How did your English skills help you in your internship?
As English majors, we have to enjoy reading, writing, and research, but we also have to be precise and eager to improve. Being critiqued on our writing is pretty much a daily occurrence so when Andrew edited my drafts of letters to constituents, it was easy to not take any suggestions personally. It also meant I was quick to pick up on recommendations. Most of my time was spent researching, though, which was helpful because I am used to analyzing language and literature. I did not realize how helpful this was until I was asked to find similar language from legislation in other states concerning the bias crimes legislation. While I did not possess the hard skills other majors generally have, I was eager to learn, and would like to think I picked up on what was asked of me relatively quickly.
How did you receive your scholarship? What made you stand out?
The Gudal Memorial Scholarship is awarded to an intern each year for providing a promising attitude, a willingness to work hard, a high enthusiasm, and a smile. The staff spoke fondly of Rick Gudal, and this award was basically for someone who always came to work with a good attitude, which was my goal. I was one of the youngest members with most of my fellow interns being in their mid to late twenties, and some of them had even completed graduate school. While a strong résumé and years of experience may look better to some employers, I am thankful I was able to bring a little bit of cheer to the office during some of the most grueling days of my professional life.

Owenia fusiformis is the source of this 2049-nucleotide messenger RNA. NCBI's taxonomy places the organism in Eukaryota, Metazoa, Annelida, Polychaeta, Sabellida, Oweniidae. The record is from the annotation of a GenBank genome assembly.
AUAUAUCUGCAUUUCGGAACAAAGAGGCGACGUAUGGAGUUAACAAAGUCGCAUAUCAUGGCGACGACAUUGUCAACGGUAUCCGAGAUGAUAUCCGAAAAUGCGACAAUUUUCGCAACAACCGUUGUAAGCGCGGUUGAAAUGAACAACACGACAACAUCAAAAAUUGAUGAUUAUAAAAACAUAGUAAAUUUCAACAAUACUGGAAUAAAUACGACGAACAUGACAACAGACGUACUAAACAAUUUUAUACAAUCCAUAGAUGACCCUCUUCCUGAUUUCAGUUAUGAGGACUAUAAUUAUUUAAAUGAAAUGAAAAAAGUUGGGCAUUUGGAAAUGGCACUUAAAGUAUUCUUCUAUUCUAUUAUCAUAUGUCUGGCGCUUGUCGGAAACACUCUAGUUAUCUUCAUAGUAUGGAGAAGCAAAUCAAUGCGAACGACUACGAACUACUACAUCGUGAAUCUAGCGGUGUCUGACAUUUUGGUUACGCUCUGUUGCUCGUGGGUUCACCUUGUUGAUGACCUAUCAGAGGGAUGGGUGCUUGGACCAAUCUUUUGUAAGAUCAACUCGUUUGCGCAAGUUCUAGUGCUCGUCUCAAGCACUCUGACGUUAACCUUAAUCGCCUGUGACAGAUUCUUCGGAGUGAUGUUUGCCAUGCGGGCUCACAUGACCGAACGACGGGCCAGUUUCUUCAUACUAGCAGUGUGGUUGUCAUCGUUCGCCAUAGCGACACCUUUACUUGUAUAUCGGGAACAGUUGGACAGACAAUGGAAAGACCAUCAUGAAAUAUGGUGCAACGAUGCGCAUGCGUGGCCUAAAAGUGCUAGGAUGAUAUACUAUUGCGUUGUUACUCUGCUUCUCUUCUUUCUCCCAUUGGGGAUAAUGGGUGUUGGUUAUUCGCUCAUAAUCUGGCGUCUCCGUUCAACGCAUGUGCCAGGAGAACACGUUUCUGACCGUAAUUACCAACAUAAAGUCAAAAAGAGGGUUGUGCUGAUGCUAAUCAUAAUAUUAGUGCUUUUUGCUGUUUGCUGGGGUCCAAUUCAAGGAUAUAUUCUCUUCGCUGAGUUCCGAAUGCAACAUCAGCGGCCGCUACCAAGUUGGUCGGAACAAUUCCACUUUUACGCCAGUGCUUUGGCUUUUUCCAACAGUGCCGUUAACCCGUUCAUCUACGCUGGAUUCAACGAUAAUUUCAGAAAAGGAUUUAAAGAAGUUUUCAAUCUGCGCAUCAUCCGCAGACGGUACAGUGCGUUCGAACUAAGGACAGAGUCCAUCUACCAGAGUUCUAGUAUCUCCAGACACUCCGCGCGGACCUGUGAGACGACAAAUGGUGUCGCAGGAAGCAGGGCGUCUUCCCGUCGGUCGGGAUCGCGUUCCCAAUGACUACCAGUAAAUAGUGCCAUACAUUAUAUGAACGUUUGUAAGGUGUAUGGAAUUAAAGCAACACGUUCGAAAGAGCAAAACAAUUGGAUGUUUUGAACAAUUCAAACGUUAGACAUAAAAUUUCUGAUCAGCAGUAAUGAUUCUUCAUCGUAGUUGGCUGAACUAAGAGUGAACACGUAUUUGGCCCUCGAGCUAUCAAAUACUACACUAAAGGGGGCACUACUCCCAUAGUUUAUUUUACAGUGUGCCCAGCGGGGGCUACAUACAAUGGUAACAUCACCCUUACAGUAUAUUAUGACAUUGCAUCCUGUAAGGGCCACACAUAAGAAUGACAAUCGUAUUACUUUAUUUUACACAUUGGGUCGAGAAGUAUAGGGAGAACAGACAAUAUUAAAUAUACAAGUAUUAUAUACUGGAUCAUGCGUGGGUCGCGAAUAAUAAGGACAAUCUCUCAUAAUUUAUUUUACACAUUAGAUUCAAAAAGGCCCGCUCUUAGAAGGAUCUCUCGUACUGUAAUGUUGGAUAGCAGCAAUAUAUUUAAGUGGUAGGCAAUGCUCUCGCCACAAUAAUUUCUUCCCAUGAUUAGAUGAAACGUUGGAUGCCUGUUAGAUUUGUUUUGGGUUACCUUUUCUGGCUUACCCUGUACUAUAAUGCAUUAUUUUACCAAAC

What has this internship done for you professionally?
Before January, I was pretty quiet in professional settings. I am someone who would rather talk one-on-one with someone or with a small group, but I found this internship gave me more confidence than I ever could have imagined. It seems as though people in politics are viewed as crooks by most, but it was relieving to see these members come to work and put everything they had into trying to help their constituents. I was a witness to a true underdog moment every day in the Chamber, and there were days we streamed sessions from the intern office for the sole purpose of cheering on our employers. I also found my need to help others grew stronger along the way, and I am grateful as I near the day in which I begin applying to law schools.
Any last advice for #bsuenglish majors?
Enhance your résumé, but being stellar in your profession will not make an impact nearly as much if you cannot make people feel comfortable around you or if your coworkers think you would rather be anywhere else but your job. Wear a smile, and you will see the way it affects those who work with you. I promise.
Visit our Jobs & Internships page for the most up-to-date opportunities for English majors.